I’d like to be more critical of Optimus 2X and make some suggestions for LG to improve the experience, but it’s difficult to find much fault in this phone. Any Android fan should be proud to carry the Optimus 2X as their daily driver.

Soon we will learn how T-Mobile chose to customize this phone to their liking, but I feel pretty confident in being able to recommend it right now. I’m sure these decisions have already been made, but it would be a dream come true if T-Mobile decided on a stock Android build similar to their G1 and G2. LG’s custom UI and widgets bring nothing new to the table and T-Mobile is better off just letting their users customize the phone how they see fit.

LG pleasantly surprised me with their mid-range Optimus One and the company did it again by producing a quality high-end Android device on their first try. Just like every Android phone before it, the Optimus 2X will be outclassed six months from now but it offers a big enough jump in performance to enjoy a healthy life and I think it will still be competitive a year from now.

We know that LG Mobile had a really tough time last year, but now I get the impression they are fighting for their life in 2011. I like that attitude and I think LG could be a big winner with US consumers if they continue to push the limits of today’s smartphones and really focus on delivering the best software support. It won’t be an easy road, but devices like the Optimus 2X (and the upcoming Optimus 3D) show me that LG is on the right path.

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HTC Pyramid revealed in leaked renders

Taylor Wimberly on Mar 15 at 2:49 pm 112 comments

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New images have surfaced of the HTC Pyramid, which is expected to be the first Android phone with a dual-core Snapdragon CPU by Qualcomm. The Pyramid codename first surfaced in a rumor report last month, where we said it was likely headed to T-Mobile in May.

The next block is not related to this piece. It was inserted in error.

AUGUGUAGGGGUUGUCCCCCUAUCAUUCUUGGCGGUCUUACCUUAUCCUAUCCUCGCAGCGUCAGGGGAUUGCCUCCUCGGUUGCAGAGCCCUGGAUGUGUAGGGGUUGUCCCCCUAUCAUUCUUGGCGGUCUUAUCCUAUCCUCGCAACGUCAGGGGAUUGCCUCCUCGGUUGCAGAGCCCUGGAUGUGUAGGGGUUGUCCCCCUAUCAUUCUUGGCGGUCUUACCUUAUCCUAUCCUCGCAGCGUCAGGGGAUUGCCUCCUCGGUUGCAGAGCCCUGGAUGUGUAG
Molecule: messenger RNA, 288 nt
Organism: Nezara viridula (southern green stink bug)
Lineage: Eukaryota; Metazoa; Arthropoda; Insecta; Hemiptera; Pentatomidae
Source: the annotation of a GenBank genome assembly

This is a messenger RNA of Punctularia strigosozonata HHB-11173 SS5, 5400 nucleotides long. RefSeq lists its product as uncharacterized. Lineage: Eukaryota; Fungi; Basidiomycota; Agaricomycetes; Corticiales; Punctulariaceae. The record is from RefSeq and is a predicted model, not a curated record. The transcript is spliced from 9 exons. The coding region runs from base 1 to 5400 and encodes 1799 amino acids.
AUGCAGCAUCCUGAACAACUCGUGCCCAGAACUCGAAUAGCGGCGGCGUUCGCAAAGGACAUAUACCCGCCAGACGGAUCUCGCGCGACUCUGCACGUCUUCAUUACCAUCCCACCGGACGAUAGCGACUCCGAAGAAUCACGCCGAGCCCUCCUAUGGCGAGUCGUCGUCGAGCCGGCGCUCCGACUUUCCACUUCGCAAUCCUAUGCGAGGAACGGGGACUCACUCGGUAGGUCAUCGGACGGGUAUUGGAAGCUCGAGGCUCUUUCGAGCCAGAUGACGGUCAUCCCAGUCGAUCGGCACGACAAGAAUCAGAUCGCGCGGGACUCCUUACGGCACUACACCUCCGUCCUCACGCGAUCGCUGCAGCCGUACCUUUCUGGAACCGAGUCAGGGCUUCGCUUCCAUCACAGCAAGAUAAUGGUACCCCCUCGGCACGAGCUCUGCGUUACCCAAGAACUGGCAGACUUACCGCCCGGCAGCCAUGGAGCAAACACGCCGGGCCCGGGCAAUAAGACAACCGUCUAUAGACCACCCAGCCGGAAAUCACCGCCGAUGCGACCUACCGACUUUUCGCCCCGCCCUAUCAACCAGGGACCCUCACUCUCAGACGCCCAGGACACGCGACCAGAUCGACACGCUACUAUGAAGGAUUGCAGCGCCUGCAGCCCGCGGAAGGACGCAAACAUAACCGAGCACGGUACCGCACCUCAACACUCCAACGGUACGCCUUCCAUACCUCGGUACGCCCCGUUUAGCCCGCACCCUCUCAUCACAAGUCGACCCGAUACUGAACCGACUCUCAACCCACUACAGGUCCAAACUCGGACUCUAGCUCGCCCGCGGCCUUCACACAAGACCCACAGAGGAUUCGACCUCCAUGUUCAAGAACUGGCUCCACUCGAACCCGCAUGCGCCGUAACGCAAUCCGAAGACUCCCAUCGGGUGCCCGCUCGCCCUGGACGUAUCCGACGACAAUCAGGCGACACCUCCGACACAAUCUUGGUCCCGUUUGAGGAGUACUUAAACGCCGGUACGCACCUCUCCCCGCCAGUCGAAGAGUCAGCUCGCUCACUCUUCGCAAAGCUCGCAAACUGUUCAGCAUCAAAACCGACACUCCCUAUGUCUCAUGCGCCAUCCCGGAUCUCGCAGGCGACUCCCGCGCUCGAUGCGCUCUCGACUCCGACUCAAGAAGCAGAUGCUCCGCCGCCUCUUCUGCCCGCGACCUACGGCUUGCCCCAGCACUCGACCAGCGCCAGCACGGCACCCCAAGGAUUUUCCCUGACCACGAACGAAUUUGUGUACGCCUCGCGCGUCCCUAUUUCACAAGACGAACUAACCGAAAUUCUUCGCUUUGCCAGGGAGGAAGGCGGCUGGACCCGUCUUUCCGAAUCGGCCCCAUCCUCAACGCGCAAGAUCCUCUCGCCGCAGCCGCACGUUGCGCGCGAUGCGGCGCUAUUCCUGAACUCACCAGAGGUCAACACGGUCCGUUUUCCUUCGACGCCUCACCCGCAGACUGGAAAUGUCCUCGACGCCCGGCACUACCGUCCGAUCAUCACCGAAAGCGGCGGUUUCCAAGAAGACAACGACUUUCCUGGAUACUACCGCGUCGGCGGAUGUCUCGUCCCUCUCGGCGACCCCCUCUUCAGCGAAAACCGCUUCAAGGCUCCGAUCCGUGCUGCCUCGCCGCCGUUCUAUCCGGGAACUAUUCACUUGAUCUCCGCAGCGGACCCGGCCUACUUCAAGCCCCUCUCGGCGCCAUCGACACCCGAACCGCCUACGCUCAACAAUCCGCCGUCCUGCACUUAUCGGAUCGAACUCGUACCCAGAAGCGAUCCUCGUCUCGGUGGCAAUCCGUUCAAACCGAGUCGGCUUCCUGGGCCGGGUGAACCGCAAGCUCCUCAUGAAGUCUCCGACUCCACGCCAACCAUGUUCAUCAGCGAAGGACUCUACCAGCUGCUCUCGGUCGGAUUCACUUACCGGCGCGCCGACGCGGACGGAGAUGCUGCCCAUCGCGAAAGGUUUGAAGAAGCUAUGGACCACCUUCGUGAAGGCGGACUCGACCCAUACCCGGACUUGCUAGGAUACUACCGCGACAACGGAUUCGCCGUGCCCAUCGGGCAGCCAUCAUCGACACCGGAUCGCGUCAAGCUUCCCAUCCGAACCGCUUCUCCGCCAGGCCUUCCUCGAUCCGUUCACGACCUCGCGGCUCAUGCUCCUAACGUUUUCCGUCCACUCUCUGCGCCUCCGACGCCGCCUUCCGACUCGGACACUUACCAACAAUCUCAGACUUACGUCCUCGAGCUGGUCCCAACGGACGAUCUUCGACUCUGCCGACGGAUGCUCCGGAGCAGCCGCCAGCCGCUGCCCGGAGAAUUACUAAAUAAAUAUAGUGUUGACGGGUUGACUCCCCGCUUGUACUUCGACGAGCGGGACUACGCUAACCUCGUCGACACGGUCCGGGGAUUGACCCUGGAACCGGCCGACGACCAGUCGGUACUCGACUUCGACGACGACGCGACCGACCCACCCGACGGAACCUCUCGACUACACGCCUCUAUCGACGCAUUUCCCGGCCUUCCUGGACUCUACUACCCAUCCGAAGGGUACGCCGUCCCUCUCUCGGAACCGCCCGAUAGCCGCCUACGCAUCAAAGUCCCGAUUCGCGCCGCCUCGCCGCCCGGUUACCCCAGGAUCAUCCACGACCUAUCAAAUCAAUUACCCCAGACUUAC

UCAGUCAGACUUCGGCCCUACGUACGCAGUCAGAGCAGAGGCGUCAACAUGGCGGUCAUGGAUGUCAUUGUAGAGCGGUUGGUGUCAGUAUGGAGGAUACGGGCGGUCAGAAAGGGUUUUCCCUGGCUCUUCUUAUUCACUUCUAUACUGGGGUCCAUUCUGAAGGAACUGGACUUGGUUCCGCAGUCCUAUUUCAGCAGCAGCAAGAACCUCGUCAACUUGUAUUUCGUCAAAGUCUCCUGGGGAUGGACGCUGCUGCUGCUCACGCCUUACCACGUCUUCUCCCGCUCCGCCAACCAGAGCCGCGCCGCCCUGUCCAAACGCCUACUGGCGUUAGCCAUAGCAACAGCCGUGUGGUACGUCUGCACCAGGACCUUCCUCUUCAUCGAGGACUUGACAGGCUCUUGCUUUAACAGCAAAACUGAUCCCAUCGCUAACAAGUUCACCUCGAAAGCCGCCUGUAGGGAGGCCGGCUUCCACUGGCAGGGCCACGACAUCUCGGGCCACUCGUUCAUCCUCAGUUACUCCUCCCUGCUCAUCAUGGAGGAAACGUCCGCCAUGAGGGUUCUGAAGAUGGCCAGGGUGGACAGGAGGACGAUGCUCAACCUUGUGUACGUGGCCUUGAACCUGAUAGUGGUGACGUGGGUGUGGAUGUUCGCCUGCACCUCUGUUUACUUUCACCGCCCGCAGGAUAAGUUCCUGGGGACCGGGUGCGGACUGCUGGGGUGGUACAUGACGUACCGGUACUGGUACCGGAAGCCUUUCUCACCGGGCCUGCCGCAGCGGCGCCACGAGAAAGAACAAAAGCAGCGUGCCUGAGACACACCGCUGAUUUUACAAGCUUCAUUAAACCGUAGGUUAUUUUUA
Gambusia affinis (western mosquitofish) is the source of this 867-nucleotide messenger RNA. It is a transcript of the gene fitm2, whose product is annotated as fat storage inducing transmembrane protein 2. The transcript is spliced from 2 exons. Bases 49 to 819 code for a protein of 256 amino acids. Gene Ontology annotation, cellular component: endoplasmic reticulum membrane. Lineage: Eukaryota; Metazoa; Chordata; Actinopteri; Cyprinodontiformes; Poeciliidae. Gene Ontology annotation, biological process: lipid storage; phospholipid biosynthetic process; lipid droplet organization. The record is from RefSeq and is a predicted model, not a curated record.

Along with the leaked pictures were also some specs which included “Android 3.0, 1.2 GHz processor, 4.3-inch SuperLCD display with qHD resolution (960 x 540), 8 megapixel primary camera and 1.3 megapixel front-facing cameras, and 768MB of RAM”. All of these specs match what we reported last month except for Android 3.0, which we expect to be a miscommunication. It is more likely the HTC Pyramid will launch with Android 2.3.

Qualcomm might end up having the fastest mobile CPU with their dual-core 1.2 GHz Snapdragon (MSM8x60), but they have yet to release performance numbers and we have been unable to benchmark a device yet.

Sprint customers should also pay attention because the rumored EVO 3D might be very similar in hardware specs with the addition of a 3D display.

Several testers in the US already have access to the HTC Pyramid, so we expect an official announcement is coming soon. Hopefully we will learn more in a couple of weeks at CTIA in Orlando.

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Motorola Droid 3 to feature OMAP4, Motorola Targa to be first phone with quad-core NVIDIA Kal-El?

Taylor Wimberly on Mar 16 at 11:46 am 35 comments

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New information has surfaced on a trio of upcoming Motorola phones headed to Verizon. We already knew that Verizon was launching the dual-core Droid Bionic later in Q2, but they also have a growing lineup of multi-core devices including the Droid X2, Droid 3 and Droid Targa.

Read on after the jump for the latest rumors and speculation.

Motorola Droid X2

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The Droid X2 is a refresh of the original Droid X, but this time Motorola went with a dual-core CPU. Rumored specs include a 1 GHz Tegra 2, 4.3 inch qHD display, 512 MB RAM, rear and front-facing cameras, and all the other bells and whistles of the original. Unlike the Droid Bionic which operates on Verizon’s 4G LTE network, the Droid X2 will only support Verizon 3G.

Look for this device to debut around early Q3 for $149-199 with a 2-year contract.

Motorola Droid 3

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The keyboard-packing Droid is back again for its yearly update. Lately Motorola has been giving NVIDIA’s Tegra 2 a lot of love, but we hear the Droid 3 will still use a Texas Instruments chip like the first two versions. Rumored specs for the Droid 3 include a dual-core 1 GHz OMAP4430 CPU, 4 inch qHD display, rear and front facing cameras, and a five-row QWERTY keyboard. It is also said to be a global device and feature a SIM card slot for GSM networks.